Mr. Speaker, I recently learned about an ad found on the Facebook page of the member for Lévis—Bellechasse.
This ad, entitled “Come visit the national capital and meet your MP”, says:
—member for Lévis—Bellechasse and Les Etchemins, in collaboration with Voyages Paradis in Lévis, is pleased to invite you to take part in the 2010 trip to Ottawa on May 12 and 13.
We are talking about a trip in a luxury coach, lodging at a hotel and a continental breakfast. The ad indicates that this price includes everything, except the dinner on May 12 and the lunch on May 13. The ad, which I will be tabling shortly, also states:
—all this for just $200 for double occupancy and $265 for single occupancy, payable at the time of reservation, and including all applicable taxes.
I should have said that at the top of the ad are the House of Commons logo and a picture of a coach. At the bottom, it says that for information and reservations, people can contact Christiane Tanguay, the member's executive assistant. A telephone number, a fax number and an email address are also given. On the other side, people are asked to contact Ms. Nolin of Voyages Paradis Inc.
Page 236 of O'Brien-Bosc states:
The By-laws were first enacted by the Board of Internal Economy in 1993 and are a series of guidelines regulating the use of parliamentary resources made available to Members to help them perform their parliamentary functions. The term “parliamentary functions” is defined as “duties and activities related to the position of Member of the House of Commons wherever performed and includes public and official business and partisan matters”.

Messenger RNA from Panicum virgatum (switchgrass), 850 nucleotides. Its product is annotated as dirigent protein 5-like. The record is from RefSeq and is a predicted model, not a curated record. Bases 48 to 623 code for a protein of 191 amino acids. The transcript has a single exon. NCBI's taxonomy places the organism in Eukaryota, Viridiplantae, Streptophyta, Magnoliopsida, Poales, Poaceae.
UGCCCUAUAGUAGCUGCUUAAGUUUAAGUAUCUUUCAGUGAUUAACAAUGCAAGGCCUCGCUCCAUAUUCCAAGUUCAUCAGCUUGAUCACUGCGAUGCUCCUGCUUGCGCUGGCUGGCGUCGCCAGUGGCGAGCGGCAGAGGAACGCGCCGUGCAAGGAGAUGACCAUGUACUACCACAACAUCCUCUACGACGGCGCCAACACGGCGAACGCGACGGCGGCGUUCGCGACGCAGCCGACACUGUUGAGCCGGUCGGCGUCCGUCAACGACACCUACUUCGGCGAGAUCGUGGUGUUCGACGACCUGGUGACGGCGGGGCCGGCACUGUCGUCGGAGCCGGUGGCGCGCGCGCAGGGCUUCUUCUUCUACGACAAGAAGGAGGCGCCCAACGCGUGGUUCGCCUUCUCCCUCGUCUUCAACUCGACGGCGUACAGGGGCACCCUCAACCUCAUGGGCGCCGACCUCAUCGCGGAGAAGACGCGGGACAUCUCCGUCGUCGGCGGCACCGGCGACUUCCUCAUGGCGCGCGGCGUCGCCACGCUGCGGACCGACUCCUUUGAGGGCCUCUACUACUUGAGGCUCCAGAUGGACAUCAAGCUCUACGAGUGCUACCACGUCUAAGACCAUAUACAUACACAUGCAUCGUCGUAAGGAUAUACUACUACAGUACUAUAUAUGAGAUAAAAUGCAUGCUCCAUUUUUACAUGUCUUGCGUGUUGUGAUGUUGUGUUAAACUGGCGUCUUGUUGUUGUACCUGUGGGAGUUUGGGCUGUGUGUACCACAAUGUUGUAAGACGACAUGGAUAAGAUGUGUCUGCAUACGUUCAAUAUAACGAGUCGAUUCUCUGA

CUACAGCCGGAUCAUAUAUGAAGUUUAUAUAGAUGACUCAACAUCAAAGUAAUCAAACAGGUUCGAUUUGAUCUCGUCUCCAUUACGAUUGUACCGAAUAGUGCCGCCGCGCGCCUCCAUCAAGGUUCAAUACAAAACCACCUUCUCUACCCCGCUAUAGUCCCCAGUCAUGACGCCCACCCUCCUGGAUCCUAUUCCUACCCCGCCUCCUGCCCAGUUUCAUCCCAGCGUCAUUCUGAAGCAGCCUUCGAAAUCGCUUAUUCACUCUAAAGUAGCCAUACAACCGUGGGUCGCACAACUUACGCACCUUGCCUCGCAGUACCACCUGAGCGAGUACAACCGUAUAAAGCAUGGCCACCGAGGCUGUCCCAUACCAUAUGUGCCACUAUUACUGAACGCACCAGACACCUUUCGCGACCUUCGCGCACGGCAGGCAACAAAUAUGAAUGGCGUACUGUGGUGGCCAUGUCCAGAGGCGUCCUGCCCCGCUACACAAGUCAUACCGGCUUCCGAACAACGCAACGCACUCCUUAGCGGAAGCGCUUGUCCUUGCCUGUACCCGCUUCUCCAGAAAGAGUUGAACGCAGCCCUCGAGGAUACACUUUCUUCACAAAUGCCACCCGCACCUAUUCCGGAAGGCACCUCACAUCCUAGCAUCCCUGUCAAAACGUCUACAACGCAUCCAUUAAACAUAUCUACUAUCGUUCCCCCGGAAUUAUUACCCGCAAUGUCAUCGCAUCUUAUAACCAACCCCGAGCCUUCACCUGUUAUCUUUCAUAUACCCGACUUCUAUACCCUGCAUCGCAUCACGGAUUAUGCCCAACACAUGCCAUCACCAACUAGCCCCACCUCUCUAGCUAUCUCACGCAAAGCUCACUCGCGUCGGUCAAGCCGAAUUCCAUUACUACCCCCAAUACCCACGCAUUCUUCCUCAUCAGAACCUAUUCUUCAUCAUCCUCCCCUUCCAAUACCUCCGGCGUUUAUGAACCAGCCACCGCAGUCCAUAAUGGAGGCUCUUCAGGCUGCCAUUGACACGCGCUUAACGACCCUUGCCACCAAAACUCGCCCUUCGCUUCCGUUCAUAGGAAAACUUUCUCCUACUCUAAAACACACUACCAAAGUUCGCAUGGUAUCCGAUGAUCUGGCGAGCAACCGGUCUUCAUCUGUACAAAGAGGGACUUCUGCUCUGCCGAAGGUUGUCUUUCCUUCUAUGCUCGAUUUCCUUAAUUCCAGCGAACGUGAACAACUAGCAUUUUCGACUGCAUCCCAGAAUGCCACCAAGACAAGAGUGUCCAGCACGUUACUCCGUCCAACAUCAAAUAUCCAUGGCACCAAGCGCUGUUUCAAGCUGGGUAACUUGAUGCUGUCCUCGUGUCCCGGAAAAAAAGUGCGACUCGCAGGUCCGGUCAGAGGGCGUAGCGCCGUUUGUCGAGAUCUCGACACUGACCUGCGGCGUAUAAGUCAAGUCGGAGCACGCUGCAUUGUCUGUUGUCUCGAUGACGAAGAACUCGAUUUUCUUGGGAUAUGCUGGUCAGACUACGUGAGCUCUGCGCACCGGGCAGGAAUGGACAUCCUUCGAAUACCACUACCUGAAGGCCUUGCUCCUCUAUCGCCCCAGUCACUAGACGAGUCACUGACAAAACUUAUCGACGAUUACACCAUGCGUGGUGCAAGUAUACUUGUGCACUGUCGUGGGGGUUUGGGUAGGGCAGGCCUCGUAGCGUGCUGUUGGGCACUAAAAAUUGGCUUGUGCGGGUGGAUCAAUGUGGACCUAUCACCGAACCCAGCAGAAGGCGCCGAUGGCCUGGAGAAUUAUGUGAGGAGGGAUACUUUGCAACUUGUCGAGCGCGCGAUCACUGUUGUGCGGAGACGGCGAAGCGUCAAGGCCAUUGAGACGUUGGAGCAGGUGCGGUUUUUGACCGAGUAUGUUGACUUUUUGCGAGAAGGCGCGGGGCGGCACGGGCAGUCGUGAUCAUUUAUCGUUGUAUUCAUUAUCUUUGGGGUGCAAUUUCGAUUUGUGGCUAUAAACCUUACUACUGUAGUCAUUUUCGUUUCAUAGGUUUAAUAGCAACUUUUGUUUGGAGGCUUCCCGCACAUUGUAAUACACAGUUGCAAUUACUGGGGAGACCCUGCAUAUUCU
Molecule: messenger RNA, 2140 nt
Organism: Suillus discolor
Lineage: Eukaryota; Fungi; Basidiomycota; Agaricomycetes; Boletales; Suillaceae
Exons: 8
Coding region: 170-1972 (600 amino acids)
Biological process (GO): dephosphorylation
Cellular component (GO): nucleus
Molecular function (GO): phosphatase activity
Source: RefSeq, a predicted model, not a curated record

Moreover, section 1 of by-law 102, the general limitation and application by-law, stipulates that:
The funds, goods, services and premises provided pursuant to the by-laws are to be used for the carrying out of Members’ parliamentary functions or for matters which are essential or incidental thereto.
This ad raises a number of questions. Why did the member for Lévis—Bellechasse decide to promote the commercial interests of Voyages Paradis over other carriers? What about the other companies that cannot use the resources of the House and the member to serve their clients?
By using publicly funded resources—telephone lines, the fax machine in his riding office and a parliamentary email address—and by designating one of his employees paid for by taxpayers to provide information to and take reservations from clients of Voyages Paradis, in short, by running a travel agency out of his riding office, did the member for Lévis—Bellechasse follow the rules concerning the use of the resources made available to members to help them perform their parliamentary functions? I am asking you, Mr. Speaker. Is organizing a trip on behalf of a private company a parliamentary function? Did the member for Lévis—Bellechasse use the House's resources for commercial purposes?
Before deciding whether I should refer this matter to the Board of Internal Economy, I would like to have the opinion of the Chair.
In conclusion, I ask for the unanimous consent of the House to table the ad in question.